Friday, September 21, 2012

Lisbon, Portugal

The delay in writing about Portugal is probably a result of being intimidated by what I know will be a challenging act of finding words to describe a moment that took 33 years to happen. Although I clearly should have visited Portugal already, and I once sat with my Dad at an airport gate unable to get on a standby flight to Lisbon, those regrets quickly faded away when I saw my Dad and Mom standing behind the security gate at the port in Lisbon. I was finally in the country where my Dad was born. I grew up with my Dad only speaking Portuguese to my grandparents, living in a Portuguese town in Massachusetts, with their home perpetually smelling like Portuguese food, with stories and pictures from Alcobaca, with Benfica soccer games on in the background, and a strong sense of Portuguese culture. My 3 days in Lisbon were in a way, very much like going home, but for the first time. Although I already had a strong sense of what Portugal was like, to finally be there, to see the blue and white tiles, to smell the cooked fish, to see people on the streets that looked like everyone on my Dad’s side of the family, to hear the Portuguese language everywhere I went, to see the coastline, narrow alleys, red roof tiles, red wine, fishing villages, ceramic roosters, fado, and pasteis de nata, truly connected me to the Portuguese family I grew up in. We explored Lisbon on the first day, first stopping at St. George’s Castle, which provided an amazing view of the city. After overlooking the tiled roofs of the city we walked down through the charming old streets of Alfama. Before having bacalhau for lunch in the center of Lisbon, we went into a church which was burned and never fully restored, creating an eerie and magical interior. We continued to walk around the city and then went to Belem, where we viewed the Jeronimos Monastery and the Monument to the Discoveries. We also had quite possibly the best pasteis de nata I’ve ever had at the famous Pasteis de BelĂ©m. The next stop was our Cascais hotel, a converted house where an inviting and friendly owner showed us around. All of the hotels my Dad found were charming and unique. Afterwards, we went along the Boca do Inferno to view the sunset, which was stunning. We watched the waves crash up against the cliffs, bathed in the setting sun. For dinner, we went to a delicious Indian restaurant in Cascais, followed by a walk around the main streets of the city. The next day we went to Fatima, walked around the extensive grounds, went to a reconciliation center, saw where the three children were buried in the church, lit a few candles, and offered up some prayers. We then stopped at the Monasterio de Batalha, a stunning monastery with an interior as grand as the exterior. Before arriving in Alcobaca to visit family we checked into another beautiful hotel overlooking Nazare. We drove through the narrow streets never designed for cars and drove along the beach, where women were selling fish that decorated the beach with endless rows of fish drying out in the sun. In Alcobaca we went into the Monasterio de Alcobaca before meeting up with my cousins who have an amazing apartment overlooking the main square of Alcobaca in front of the monastery. We had coffee and pastries before walking around, where I saw the apartment my grandparents had for many years that is still in the family. Being in Portugal with my Dad completely transformed the experience and I can’t imagine visiting without him there. He showed me the streets my grandparents walked, their daily routines, where they walked for bread, and the life they lived. We drove to where my grandfather grew up, the open land now a hill overlooking Alcobaca, and the nearby houses of other Paulo family members, where they all lived before moving to the United States. A little further down the street we visited more cousins and ate grapes and figs from their garden as the sun set, in what felt like a true Portuguese moment. From their house I was also able to see exactly where my Dad was born, a little further down the hill in a nearby house. Although I had already met most of these cousins I was able to meet a family member for the first time when we visited my great aunt on my grandmother’s side. She quickly recalled her phone conversations with my grandmother and how I was often talked about. The day was without a doubt bittersweet, knowing my grandparents are no longer alive. I wish I could have been with them in Portugal, but I felt their presence and I felt even more deeply connected to them by traveling to their homeland and seeing the life they lived both before I was born and after I was born when they would come back to visit. We ended the night with an authentic Portuguese meal in Alcobaca. Before leaving Nazare the next morning we overlooked the town from the top of the cliffs in the area called Sitio, which offered an amazing view of the ocean and Nazare. My Dad was also able to point out the land and windmill he once owned on the hills on the other side of Nazare. On our way back to Lisbon we stopped in Obidos, a medieval fortified city that offered narrow streets, castle walls, pousadas, and lots of ginja. We ended the day back in Lisbon, exploring some of the streets we didn't wander through on the first day, through Barrio Alto, Chiado, and another part of Alfama, where we had delicious Portuguese food and wine to end the trip. Waving goodbye to my Mom and Dad back at the ship was not easy. Our brief time in Portugal was filled not just with beautiful sights, but more importantly, with family history and lasting memories. I will always remember my first time in Portugal, and although I clearly would have liked to have had two open seats on that flight to Portugal many years ago, visiting Portugal during a Semester at Sea voyage around the world was incredibly unique, and allowed the stop in Lisbon to be yet another new experience for me among endless new experiences. Lastly, having my parents meet me in Lisbon provided an even more meaningful layer to one of the best ports of this voyage. My Dad waited a long time to show me around the country where he was born, and I waited a long time to finally connect to a huge part of who I am, but what a blessing it was to finally be together in Portugal. I’m ready to move to Lisbon!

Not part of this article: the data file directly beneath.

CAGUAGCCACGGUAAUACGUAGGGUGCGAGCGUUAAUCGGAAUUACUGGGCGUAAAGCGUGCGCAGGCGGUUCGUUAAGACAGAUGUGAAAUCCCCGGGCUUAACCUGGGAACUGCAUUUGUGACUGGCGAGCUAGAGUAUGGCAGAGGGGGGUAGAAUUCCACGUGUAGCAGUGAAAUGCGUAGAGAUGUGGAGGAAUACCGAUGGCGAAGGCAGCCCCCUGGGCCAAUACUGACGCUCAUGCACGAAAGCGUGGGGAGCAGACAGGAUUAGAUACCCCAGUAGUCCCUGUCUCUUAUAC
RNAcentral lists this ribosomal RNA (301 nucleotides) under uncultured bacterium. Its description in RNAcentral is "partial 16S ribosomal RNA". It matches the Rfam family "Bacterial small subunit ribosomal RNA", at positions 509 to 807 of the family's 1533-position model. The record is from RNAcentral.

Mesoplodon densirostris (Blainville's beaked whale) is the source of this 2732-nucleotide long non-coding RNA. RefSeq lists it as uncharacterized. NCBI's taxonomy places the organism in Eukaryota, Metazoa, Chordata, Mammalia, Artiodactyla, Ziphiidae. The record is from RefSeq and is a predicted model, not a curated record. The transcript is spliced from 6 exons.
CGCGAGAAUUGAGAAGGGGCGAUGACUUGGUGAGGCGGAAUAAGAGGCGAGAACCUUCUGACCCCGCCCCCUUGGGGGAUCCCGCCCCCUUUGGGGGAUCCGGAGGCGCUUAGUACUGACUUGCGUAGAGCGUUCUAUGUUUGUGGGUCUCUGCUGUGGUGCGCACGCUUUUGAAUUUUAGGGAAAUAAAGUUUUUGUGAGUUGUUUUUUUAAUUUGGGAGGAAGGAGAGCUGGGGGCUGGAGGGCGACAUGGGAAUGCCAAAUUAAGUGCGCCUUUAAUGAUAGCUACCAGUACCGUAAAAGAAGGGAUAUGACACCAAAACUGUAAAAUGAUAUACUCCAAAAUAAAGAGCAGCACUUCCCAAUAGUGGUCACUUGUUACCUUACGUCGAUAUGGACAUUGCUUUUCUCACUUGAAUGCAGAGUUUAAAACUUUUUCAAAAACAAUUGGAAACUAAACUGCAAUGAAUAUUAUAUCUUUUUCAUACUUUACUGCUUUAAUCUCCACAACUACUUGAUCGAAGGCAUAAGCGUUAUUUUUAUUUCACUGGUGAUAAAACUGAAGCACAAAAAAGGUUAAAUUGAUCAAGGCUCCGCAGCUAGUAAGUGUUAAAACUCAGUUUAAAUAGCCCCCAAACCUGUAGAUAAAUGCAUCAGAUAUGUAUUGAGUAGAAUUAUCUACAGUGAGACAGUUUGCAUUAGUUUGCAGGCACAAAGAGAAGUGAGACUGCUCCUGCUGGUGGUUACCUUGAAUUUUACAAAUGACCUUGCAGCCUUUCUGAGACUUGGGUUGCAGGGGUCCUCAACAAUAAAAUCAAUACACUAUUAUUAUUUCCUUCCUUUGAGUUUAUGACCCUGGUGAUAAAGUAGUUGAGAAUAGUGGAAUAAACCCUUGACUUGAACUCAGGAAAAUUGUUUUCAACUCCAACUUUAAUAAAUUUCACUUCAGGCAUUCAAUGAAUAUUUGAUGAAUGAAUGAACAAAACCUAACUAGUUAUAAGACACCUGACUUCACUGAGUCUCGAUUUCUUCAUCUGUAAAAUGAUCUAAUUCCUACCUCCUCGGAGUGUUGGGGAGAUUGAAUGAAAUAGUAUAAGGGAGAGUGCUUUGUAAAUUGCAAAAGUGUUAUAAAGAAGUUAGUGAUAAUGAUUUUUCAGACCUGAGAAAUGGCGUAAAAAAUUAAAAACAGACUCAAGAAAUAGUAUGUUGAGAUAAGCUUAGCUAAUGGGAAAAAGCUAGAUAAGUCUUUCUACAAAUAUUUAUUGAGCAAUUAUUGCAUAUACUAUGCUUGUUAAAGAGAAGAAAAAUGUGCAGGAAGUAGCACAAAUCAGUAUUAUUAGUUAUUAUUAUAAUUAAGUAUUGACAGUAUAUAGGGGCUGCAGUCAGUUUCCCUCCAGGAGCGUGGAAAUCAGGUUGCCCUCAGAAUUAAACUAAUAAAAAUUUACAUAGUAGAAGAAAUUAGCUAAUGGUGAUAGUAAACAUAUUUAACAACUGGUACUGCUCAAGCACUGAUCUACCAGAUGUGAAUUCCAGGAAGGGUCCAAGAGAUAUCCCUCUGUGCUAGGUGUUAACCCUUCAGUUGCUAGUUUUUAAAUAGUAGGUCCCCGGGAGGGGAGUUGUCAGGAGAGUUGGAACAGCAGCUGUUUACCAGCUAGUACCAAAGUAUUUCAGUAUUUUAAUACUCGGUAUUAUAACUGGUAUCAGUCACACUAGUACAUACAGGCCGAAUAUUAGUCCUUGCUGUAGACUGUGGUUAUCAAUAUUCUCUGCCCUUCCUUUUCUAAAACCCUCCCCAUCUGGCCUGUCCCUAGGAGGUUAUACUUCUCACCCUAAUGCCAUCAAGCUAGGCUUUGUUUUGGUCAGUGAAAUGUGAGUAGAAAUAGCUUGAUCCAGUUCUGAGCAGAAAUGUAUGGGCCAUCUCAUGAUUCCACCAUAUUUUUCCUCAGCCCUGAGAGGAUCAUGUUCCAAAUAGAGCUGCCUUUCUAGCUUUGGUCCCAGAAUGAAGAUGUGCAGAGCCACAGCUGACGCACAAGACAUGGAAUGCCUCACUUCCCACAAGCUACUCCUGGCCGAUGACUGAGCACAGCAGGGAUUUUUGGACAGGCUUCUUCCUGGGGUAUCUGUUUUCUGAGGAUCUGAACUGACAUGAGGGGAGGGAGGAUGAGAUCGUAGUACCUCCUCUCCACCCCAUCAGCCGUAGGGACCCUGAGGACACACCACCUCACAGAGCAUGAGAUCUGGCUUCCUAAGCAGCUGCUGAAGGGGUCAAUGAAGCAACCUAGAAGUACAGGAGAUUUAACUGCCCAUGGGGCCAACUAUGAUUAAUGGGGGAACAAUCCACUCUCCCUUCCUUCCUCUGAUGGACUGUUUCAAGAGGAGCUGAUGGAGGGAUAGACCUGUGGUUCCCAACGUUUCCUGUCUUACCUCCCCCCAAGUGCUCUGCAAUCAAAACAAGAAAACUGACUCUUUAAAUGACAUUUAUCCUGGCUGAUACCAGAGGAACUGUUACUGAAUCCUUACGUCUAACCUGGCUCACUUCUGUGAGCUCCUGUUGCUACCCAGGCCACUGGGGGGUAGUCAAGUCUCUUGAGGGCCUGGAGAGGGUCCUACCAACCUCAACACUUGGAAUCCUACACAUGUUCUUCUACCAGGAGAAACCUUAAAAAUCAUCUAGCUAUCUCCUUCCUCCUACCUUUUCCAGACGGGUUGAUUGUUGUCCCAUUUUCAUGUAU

2 comments:

  1. You're not gods 'cause for one thing... God ain't got no big head like Elmer Fudd.

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  2. Sounds like a great--and sight-filled--stop in Lisbon!